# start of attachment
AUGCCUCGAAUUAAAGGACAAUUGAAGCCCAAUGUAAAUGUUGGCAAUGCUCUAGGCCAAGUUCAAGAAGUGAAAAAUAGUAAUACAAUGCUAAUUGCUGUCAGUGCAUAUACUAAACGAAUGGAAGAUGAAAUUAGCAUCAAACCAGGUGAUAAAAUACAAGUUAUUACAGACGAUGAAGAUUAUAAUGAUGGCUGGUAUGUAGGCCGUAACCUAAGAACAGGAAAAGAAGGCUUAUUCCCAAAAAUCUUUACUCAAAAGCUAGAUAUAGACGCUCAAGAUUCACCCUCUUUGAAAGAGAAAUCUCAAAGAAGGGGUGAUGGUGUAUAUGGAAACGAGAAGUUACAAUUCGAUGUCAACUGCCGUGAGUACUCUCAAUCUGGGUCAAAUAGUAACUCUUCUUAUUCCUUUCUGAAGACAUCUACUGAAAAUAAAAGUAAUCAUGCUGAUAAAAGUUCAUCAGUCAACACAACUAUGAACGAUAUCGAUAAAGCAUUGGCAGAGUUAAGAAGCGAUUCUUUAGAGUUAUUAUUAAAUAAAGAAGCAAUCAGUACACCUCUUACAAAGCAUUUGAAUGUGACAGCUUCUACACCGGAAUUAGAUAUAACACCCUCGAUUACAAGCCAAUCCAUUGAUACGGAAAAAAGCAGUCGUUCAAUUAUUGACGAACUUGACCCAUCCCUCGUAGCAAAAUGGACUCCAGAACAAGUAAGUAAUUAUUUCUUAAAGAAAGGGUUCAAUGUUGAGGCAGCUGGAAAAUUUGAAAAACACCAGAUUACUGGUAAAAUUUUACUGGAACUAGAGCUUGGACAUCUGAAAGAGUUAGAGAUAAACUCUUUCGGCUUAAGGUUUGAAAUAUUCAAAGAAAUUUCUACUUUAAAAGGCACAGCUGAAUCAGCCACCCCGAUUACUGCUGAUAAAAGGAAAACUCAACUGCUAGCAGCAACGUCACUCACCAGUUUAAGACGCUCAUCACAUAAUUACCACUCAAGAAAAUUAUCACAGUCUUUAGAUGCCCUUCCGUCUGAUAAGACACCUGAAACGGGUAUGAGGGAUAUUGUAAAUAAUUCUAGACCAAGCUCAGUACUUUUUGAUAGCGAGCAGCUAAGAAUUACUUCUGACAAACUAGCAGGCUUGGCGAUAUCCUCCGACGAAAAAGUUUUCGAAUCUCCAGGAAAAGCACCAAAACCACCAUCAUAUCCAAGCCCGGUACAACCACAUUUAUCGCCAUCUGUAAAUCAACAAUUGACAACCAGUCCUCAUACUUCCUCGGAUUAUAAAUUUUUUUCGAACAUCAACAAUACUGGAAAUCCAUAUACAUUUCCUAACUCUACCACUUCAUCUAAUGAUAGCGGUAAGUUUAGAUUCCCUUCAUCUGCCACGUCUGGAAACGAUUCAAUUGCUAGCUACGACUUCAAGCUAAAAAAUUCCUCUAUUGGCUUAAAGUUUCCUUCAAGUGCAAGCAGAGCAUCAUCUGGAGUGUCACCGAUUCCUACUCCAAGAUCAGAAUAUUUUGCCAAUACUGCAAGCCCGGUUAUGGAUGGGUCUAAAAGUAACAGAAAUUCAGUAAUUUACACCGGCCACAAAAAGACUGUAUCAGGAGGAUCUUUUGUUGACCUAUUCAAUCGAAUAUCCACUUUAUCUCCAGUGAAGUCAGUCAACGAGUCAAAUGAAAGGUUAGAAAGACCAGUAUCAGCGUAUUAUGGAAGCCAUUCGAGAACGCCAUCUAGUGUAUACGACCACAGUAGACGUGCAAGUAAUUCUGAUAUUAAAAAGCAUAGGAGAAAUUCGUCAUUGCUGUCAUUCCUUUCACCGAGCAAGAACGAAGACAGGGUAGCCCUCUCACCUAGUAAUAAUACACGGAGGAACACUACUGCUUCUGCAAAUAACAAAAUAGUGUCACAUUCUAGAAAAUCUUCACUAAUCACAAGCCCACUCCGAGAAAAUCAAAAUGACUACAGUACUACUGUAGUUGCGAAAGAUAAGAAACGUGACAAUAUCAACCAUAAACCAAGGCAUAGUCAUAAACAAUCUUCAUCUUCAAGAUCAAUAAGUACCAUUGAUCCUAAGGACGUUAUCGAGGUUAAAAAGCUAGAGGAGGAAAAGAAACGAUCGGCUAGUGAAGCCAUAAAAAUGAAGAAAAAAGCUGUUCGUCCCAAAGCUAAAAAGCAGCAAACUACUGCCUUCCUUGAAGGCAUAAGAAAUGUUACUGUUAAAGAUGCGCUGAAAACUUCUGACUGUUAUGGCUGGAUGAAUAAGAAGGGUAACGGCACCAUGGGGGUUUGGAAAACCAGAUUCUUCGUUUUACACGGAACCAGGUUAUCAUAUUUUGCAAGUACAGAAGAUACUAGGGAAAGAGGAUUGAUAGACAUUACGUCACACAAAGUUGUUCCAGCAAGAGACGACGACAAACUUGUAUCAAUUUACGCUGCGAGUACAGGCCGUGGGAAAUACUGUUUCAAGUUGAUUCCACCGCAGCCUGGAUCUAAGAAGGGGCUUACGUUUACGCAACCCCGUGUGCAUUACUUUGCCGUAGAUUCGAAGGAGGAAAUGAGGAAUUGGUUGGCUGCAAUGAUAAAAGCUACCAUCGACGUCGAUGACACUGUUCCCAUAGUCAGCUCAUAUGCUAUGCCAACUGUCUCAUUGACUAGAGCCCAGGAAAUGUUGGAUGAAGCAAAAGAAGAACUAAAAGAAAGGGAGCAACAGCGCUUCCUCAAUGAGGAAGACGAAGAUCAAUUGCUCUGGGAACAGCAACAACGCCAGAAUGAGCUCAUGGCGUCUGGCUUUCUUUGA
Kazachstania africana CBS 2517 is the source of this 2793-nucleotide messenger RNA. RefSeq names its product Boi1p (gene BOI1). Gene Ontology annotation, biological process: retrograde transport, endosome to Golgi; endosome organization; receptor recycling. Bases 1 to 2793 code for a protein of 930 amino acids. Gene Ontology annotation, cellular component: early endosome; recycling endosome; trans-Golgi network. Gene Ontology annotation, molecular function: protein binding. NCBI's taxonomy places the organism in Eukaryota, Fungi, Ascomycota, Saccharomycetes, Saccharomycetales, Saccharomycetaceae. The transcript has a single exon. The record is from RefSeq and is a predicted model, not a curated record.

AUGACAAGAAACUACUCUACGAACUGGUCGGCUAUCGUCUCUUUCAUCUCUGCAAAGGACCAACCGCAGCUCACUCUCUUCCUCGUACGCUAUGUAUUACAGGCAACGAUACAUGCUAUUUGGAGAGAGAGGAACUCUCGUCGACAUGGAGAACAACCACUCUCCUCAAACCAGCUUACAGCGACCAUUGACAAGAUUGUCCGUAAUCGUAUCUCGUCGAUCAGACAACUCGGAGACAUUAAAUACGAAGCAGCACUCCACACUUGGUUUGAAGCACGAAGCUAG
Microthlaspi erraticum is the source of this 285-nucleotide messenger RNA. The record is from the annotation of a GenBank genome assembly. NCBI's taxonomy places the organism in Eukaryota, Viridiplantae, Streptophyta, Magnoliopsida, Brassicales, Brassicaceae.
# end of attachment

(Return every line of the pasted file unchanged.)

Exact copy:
AUGCCUCGAAUUAAAGGACAAUUGAAGCCCAAUGUAAAUGUUGGCAAUGCUCUAGGCCAAGUUCAAGAAGUGAAAAAUAGUAAUACAAUGCUAAUUGCUGUCAGUGCAUAUACUAAACGAAUGGAAGAUGAAAUUAGCAUCAAACCAGGUGAUAAAAUACAAGUUAUUACAGACGAUGAAGAUUAUAAUGAUGGCUGGUAUGUAGGCCGUAACCUAAGAACAGGAAAAGAAGGCUUAUUCCCAAAAAUCUUUACUCAAAAGCUAGAUAUAGACGCUCAAGAUUCACCCUCUUUGAAAGAGAAAUCUCAAAGAAGGGGUGAUGGUGUAUAUGGAAACGAGAAGUUACAAUUCGAUGUCAACUGCCGUGAGUACUCUCAAUCUGGGUCAAAUAGUAACUCUUCUUAUUCCUUUCUGAAGACAUCUACUGAAAAUAAAAGUAAUCAUGCUGAUAAAAGUUCAUCAGUCAACACAACUAUGAACGAUAUCGAUAAAGCAUUGGCAGAGUUAAGAAGCGAUUCUUUAGAGUUAUUAUUAAAUAAAGAAGCAAUCAGUACACCUCUUACAAAGCAUUUGAAUGUGACAGCUUCUACACCGGAAUUAGAUAUAACACCCUCGAUUACAAGCCAAUCCAUUGAUACGGAAAAAAGCAGUCGUUCAAUUAUUGACGAACUUGACCCAUCCCUCGUAGCAAAAUGGACUCCAGAACAAGUAAGUAAUUAUUUCUUAAAGAAAGGGUUCAAUGUUGAGGCAGCUGGAAAAUUUGAAAAACACCAGAUUACUGGUAAAAUUUUACUGGAACUAGAGCUUGGACAUCUGAAAGAGUUAGAGAUAAACUCUUUCGGCUUAAGGUUUGAAAUAUUCAAAGAAAUUUCUACUUUAAAAGGCACAGCUGAAUCAGCCACCCCGAUUACUGCUGAUAAAAGGAAAACUCAACUGCUAGCAGCAACGUCACUCACCAGUUUAAGACGCUCAUCACAUAAUUACCACUCAAGAAAAUUAUCACAGUCUUUAGAUGCCCUUCCGUCUGAUAAGACACCUGAAACGGGUAUGAGGGAUAUUGUAAAUAAUUCUAGACCAAGCUCAGUACUUUUUGAUAGCGAGCAGCUAAGAAUUACUUCUGACAAACUAGCAGGCUUGGCGAUAUCCUCCGACGAAAAAGUUUUCGAAUCUCCAGGAAAAGCACCAAAACCACCAUCAUAUCCAAGCCCGGUACAACCACAUUUAUCGCCAUCUGUAAAUCAACAAUUGACAACCAGUCCUCAUACUUCCUCGGAUUAUAAAUUUUUUUCGAACAUCAACAAUACUGGAAAUCCAUAUACAUUUCCUAACUCUACCACUUCAUCUAAUGAUAGCGGUAAGUUUAGAUUCCCUUCAUCUGCCACGUCUGGAAACGAUUCAAUUGCUAGCUACGACUUCAAGCUAAAAAAUUCCUCUAUUGGCUUAAAGUUUCCUUCAAGUGCAAGCAGAGCAUCAUCUGGAGUGUCACCGAUUCCUACUCCAAGAUCAGAAUAUUUUGCCAAUACUGCAAGCCCGGUUAUGGAUGGGUCUAAAAGUAACAGAAAUUCAGUAAUUUACACCGGCCACAAAAAGACUGUAUCAGGAGGAUCUUUUGUUGACCUAUUCAAUCGAAUAUCCACUUUAUCUCCAGUGAAGUCAGUCAACGAGUCAAAUGAAAGGUUAGAAAGACCAGUAUCAGCGUAUUAUGGAAGCCAUUCGAGAACGCCAUCUAGUGUAUACGACCACAGUAGACGUGCAAGUAAUUCUGAUAUUAAAAAGCAUAGGAGAAAUUCGUCAUUGCUGUCAUUCCUUUCACCGAGCAAGAACGAAGACAGGGUAGCCCUCUCACCUAGUAAUAAUACACGGAGGAACACUACUGCUUCUGCAAAUAACAAAAUAGUGUCACAUUCUAGAAAAUCUUCACUAAUCACAAGCCCACUCCGAGAAAAUCAAAAUGACUACAGUACUACUGUAGUUGCGAAAGAUAAGAAACGUGACAAUAUCAACCAUAAACCAAGGCAUAGUCAUAAACAAUCUUCAUCUUCAAGAUCAAUAAGUACCAUUGAUCCUAAGGACGUUAUCGAGGUUAAAAAGCUAGAGGAGGAAAAGAAACGAUCGGCUAGUGAAGCCAUAAAAAUGAAGAAAAAAGCUGUUCGUCCCAAAGCUAAAAAGCAGCAAACUACUGCCUUCCUUGAAGGCAUAAGAAAUGUUACUGUUAAAGAUGCGCUGAAAACUUCUGACUGUUAUGGCUGGAUGAAUAAGAAGGGUAACGGCACCAUGGGGGUUUGGAAAACCAGAUUCUUCGUUUUACACGGAACCAGGUUAUCAUAUUUUGCAAGUACAGAAGAUACUAGGGAAAGAGGAUUGAUAGACAUUACGUCACACAAAGUUGUUCCAGCAAGAGACGACGACAAACUUGUAUCAAUUUACGCUGCGAGUACAGGCCGUGGGAAAUACUGUUUCAAGUUGAUUCCACCGCAGCCUGGAUCUAAGAAGGGGCUUACGUUUACGCAACCCCGUGUGCAUUACUUUGCCGUAGAUUCGAAGGAGGAAAUGAGGAAUUGGUUGGCUGCAAUGAUAAAAGCUACCAUCGACGUCGAUGACACUGUUCCCAUAGUCAGCUCAUAUGCUAUGCCAACUGUCUCAUUGACUAGAGCCCAGGAAAUGUUGGAUGAAGCAAAAGAAGAACUAAAAGAAAGGGAGCAACAGCGCUUCCUCAAUGAGGAAGACGAAGAUCAAUUGCUCUGGGAACAGCAACAACGCCAGAAUGAGCUCAUGGCGUCUGGCUUUCUUUGA
Kazachstania africana CBS 2517 is the source of this 2793-nucleotide messenger RNA. RefSeq names its product Boi1p (gene BOI1). Gene Ontology annotation, biological process: retrograde transport, endosome to Golgi; endosome organization; receptor recycling. Bases 1 to 2793 code for a protein of 930 amino acids. Gene Ontology annotation, cellular component: early endosome; recycling endosome; trans-Golgi network. Gene Ontology annotation, molecular function: protein binding. NCBI's taxonomy places the organism in Eukaryota, Fungi, Ascomycota, Saccharomycetes, Saccharomycetales, Saccharomycetaceae. The transcript has a single exon. The record is from RefSeq and is a predicted model, not a curated record.

AUGACAAGAAACUACUCUACGAACUGGUCGGCUAUCGUCUCUUUCAUCUCUGCAAAGGACCAACCGCAGCUCACUCUCUUCCUCGUACGCUAUGUAUUACAGGCAACGAUACAUGCUAUUUGGAGAGAGAGGAACUCUCGUCGACAUGGAGAACAACCACUCUCCUCAAACCAGCUUACAGCGACCAUUGACAAGAUUGUCCGUAAUCGUAUCUCGUCGAUCAGACAACUCGGAGACAUUAAAUACGAAGCAGCACUCCACACUUGGUUUGAAGCACGAAGCUAG
Microthlaspi erraticum is the source of this 285-nucleotide messenger RNA. The record is from the annotation of a GenBank genome assembly. NCBI's taxonomy places the organism in Eukaryota, Viridiplantae, Streptophyta, Magnoliopsida, Brassicales, Brassicaceae.